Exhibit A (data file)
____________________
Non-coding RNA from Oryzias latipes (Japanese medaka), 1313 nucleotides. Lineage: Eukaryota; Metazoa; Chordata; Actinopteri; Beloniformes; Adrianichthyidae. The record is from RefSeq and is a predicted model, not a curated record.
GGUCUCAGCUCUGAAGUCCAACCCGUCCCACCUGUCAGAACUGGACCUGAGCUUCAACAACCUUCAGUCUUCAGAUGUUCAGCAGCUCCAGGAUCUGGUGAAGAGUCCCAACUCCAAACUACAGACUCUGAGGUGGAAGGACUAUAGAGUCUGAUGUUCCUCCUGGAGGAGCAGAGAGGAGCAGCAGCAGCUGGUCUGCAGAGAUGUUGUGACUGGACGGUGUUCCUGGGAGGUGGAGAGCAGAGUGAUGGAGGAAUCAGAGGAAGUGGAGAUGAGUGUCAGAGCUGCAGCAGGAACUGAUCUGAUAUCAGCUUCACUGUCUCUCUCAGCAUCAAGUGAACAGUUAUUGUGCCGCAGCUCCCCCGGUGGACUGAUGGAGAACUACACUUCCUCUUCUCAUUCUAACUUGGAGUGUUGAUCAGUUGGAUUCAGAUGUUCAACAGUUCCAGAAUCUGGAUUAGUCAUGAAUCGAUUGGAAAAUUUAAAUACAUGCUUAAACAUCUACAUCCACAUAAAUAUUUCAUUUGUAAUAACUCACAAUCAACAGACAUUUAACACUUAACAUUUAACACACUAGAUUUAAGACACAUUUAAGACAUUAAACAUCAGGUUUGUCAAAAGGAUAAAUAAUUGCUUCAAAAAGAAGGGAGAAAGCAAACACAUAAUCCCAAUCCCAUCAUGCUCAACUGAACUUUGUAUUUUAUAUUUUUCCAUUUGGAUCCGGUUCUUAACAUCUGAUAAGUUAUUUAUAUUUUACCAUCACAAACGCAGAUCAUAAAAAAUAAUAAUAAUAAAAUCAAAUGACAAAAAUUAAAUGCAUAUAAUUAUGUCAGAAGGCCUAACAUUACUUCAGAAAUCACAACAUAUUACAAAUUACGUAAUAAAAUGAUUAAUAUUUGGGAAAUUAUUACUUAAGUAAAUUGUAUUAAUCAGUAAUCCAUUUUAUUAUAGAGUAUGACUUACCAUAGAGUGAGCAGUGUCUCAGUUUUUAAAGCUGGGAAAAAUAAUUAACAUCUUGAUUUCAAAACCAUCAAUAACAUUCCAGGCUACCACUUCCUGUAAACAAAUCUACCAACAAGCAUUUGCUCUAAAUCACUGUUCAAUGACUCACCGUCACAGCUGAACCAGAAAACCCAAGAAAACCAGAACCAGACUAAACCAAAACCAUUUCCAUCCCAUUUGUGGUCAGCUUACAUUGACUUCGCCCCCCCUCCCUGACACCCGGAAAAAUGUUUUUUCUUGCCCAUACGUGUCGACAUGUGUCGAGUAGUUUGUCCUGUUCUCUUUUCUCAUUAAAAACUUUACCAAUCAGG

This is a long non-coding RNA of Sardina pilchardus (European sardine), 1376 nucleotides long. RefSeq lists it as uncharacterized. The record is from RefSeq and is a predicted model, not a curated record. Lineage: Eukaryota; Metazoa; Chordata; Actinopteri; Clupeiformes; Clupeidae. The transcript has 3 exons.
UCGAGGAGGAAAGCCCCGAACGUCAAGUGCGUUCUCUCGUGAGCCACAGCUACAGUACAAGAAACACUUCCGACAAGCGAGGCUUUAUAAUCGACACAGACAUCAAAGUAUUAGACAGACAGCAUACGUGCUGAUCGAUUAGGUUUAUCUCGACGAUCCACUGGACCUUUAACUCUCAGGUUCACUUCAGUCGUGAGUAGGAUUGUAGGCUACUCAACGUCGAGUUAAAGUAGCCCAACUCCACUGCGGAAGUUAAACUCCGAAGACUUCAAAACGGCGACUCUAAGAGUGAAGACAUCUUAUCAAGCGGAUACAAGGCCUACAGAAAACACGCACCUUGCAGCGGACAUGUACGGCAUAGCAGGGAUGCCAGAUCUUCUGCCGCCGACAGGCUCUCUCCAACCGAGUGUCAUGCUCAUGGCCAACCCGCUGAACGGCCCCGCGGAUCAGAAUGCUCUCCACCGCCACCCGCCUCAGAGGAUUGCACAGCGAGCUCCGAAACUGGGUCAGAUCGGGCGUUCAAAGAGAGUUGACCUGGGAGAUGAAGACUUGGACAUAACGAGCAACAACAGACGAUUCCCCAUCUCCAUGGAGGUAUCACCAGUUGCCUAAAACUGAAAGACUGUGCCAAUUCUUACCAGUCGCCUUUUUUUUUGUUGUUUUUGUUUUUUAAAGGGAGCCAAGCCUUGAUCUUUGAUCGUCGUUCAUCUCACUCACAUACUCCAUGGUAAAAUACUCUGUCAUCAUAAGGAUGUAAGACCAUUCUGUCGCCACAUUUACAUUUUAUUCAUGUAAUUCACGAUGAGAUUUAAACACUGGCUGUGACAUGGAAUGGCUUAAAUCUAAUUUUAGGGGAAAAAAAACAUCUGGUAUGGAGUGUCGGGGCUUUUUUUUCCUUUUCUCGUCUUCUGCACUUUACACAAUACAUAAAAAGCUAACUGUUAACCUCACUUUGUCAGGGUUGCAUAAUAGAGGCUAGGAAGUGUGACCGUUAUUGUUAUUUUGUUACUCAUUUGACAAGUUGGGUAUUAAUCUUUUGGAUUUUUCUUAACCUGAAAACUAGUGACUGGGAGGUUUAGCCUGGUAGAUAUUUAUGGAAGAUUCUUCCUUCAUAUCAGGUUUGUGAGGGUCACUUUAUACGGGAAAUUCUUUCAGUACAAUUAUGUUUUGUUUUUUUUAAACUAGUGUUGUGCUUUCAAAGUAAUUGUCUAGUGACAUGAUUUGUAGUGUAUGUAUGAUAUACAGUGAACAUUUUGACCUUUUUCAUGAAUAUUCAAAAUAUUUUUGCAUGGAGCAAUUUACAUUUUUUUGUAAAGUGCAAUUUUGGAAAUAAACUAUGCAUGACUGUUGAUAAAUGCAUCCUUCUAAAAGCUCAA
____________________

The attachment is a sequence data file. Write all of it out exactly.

Non-coding RNA from Oryzias latipes (Japanese medaka), 1313 nucleotides. Lineage: Eukaryota; Metazoa; Chordata; Actinopteri; Beloniformes; Adrianichthyidae. The record is from RefSeq and is a predicted model, not a curated record.
GGUCUCAGCUCUGAAGUCCAACCCGUCCCACCUGUCAGAACUGGACCUGAGCUUCAACAACCUUCAGUCUUCAGAUGUUCAGCAGCUCCAGGAUCUGGUGAAGAGUCCCAACUCCAAACUACAGACUCUGAGGUGGAAGGACUAUAGAGUCUGAUGUUCCUCCUGGAGGAGCAGAGAGGAGCAGCAGCAGCUGGUCUGCAGAGAUGUUGUGACUGGACGGUGUUCCUGGGAGGUGGAGAGCAGAGUGAUGGAGGAAUCAGAGGAAGUGGAGAUGAGUGUCAGAGCUGCAGCAGGAACUGAUCUGAUAUCAGCUUCACUGUCUCUCUCAGCAUCAAGUGAACAGUUAUUGUGCCGCAGCUCCCCCGGUGGACUGAUGGAGAACUACACUUCCUCUUCUCAUUCUAACUUGGAGUGUUGAUCAGUUGGAUUCAGAUGUUCAACAGUUCCAGAAUCUGGAUUAGUCAUGAAUCGAUUGGAAAAUUUAAAUACAUGCUUAAACAUCUACAUCCACAUAAAUAUUUCAUUUGUAAUAACUCACAAUCAACAGACAUUUAACACUUAACAUUUAACACACUAGAUUUAAGACACAUUUAAGACAUUAAACAUCAGGUUUGUCAAAAGGAUAAAUAAUUGCUUCAAAAAGAAGGGAGAAAGCAAACACAUAAUCCCAAUCCCAUCAUGCUCAACUGAACUUUGUAUUUUAUAUUUUUCCAUUUGGAUCCGGUUCUUAACAUCUGAUAAGUUAUUUAUAUUUUACCAUCACAAACGCAGAUCAUAAAAAAUAAUAAUAAUAAAAUCAAAUGACAAAAAUUAAAUGCAUAUAAUUAUGUCAGAAGGCCUAACAUUACUUCAGAAAUCACAACAUAUUACAAAUUACGUAAUAAAAUGAUUAAUAUUUGGGAAAUUAUUACUUAAGUAAAUUGUAUUAAUCAGUAAUCCAUUUUAUUAUAGAGUAUGACUUACCAUAGAGUGAGCAGUGUCUCAGUUUUUAAAGCUGGGAAAAAUAAUUAACAUCUUGAUUUCAAAACCAUCAAUAACAUUCCAGGCUACCACUUCCUGUAAACAAAUCUACCAACAAGCAUUUGCUCUAAAUCACUGUUCAAUGACUCACCGUCACAGCUGAACCAGAAAACCCAAGAAAACCAGAACCAGACUAAACCAAAACCAUUUCCAUCCCAUUUGUGGUCAGCUUACAUUGACUUCGCCCCCCCUCCCUGACACCCGGAAAAAUGUUUUUUCUUGCCCAUACGUGUCGACAUGUGUCGAGUAGUUUGUCCUGUUCUCUUUUCUCAUUAAAAACUUUACCAAUCAGG

This is a long non-coding RNA of Sardina pilchardus (European sardine), 1376 nucleotides long. RefSeq lists it as uncharacterized. The record is from RefSeq and is a predicted model, not a curated record. Lineage: Eukaryota; Metazoa; Chordata; Actinopteri; Clupeiformes; Clupeidae. The transcript has 3 exons.
UCGAGGAGGAAAGCCCCGAACGUCAAGUGCGUUCUCUCGUGAGCCACAGCUACAGUACAAGAAACACUUCCGACAAGCGAGGCUUUAUAAUCGACACAGACAUCAAAGUAUUAGACAGACAGCAUACGUGCUGAUCGAUUAGGUUUAUCUCGACGAUCCACUGGACCUUUAACUCUCAGGUUCACUUCAGUCGUGAGUAGGAUUGUAGGCUACUCAACGUCGAGUUAAAGUAGCCCAACUCCACUGCGGAAGUUAAACUCCGAAGACUUCAAAACGGCGACUCUAAGAGUGAAGACAUCUUAUCAAGCGGAUACAAGGCCUACAGAAAACACGCACCUUGCAGCGGACAUGUACGGCAUAGCAGGGAUGCCAGAUCUUCUGCCGCCGACAGGCUCUCUCCAACCGAGUGUCAUGCUCAUGGCCAACCCGCUGAACGGCCCCGCGGAUCAGAAUGCUCUCCACCGCCACCCGCCUCAGAGGAUUGCACAGCGAGCUCCGAAACUGGGUCAGAUCGGGCGUUCAAAGAGAGUUGACCUGGGAGAUGAAGACUUGGACAUAACGAGCAACAACAGACGAUUCCCCAUCUCCAUGGAGGUAUCACCAGUUGCCUAAAACUGAAAGACUGUGCCAAUUCUUACCAGUCGCCUUUUUUUUUGUUGUUUUUGUUUUUUAAAGGGAGCCAAGCCUUGAUCUUUGAUCGUCGUUCAUCUCACUCACAUACUCCAUGGUAAAAUACUCUGUCAUCAUAAGGAUGUAAGACCAUUCUGUCGCCACAUUUACAUUUUAUUCAUGUAAUUCACGAUGAGAUUUAAACACUGGCUGUGACAUGGAAUGGCUUAAAUCUAAUUUUAGGGGAAAAAAAACAUCUGGUAUGGAGUGUCGGGGCUUUUUUUUCCUUUUCUCGUCUUCUGCACUUUACACAAUACAUAAAAAGCUAACUGUUAACCUCACUUUGUCAGGGUUGCAUAAUAGAGGCUAGGAAGUGUGACCGUUAUUGUUAUUUUGUUACUCAUUUGACAAGUUGGGUAUUAAUCUUUUGGAUUUUUCUUAACCUGAAAACUAGUGACUGGGAGGUUUAGCCUGGUAGAUAUUUAUGGAAGAUUCUUCCUUCAUAUCAGGUUUGUGAGGGUCACUUUAUACGGGAAAUUCUUUCAGUACAAUUAUGUUUUGUUUUUUUUAAACUAGUGUUGUGCUUUCAAAGUAAUUGUCUAGUGACAUGAUUUGUAGUGUAUGUAUGAUAUACAGUGAACAUUUUGACCUUUUUCAUGAAUAUUCAAAAUAUUUUUGCAUGGAGCAAUUUACAUUUUUUUGUAAAGUGCAAUUUUGGAAAUAAACUAUGCAUGACUGUUGAUAAAUGCAUCCUUCUAAAAGCUCAA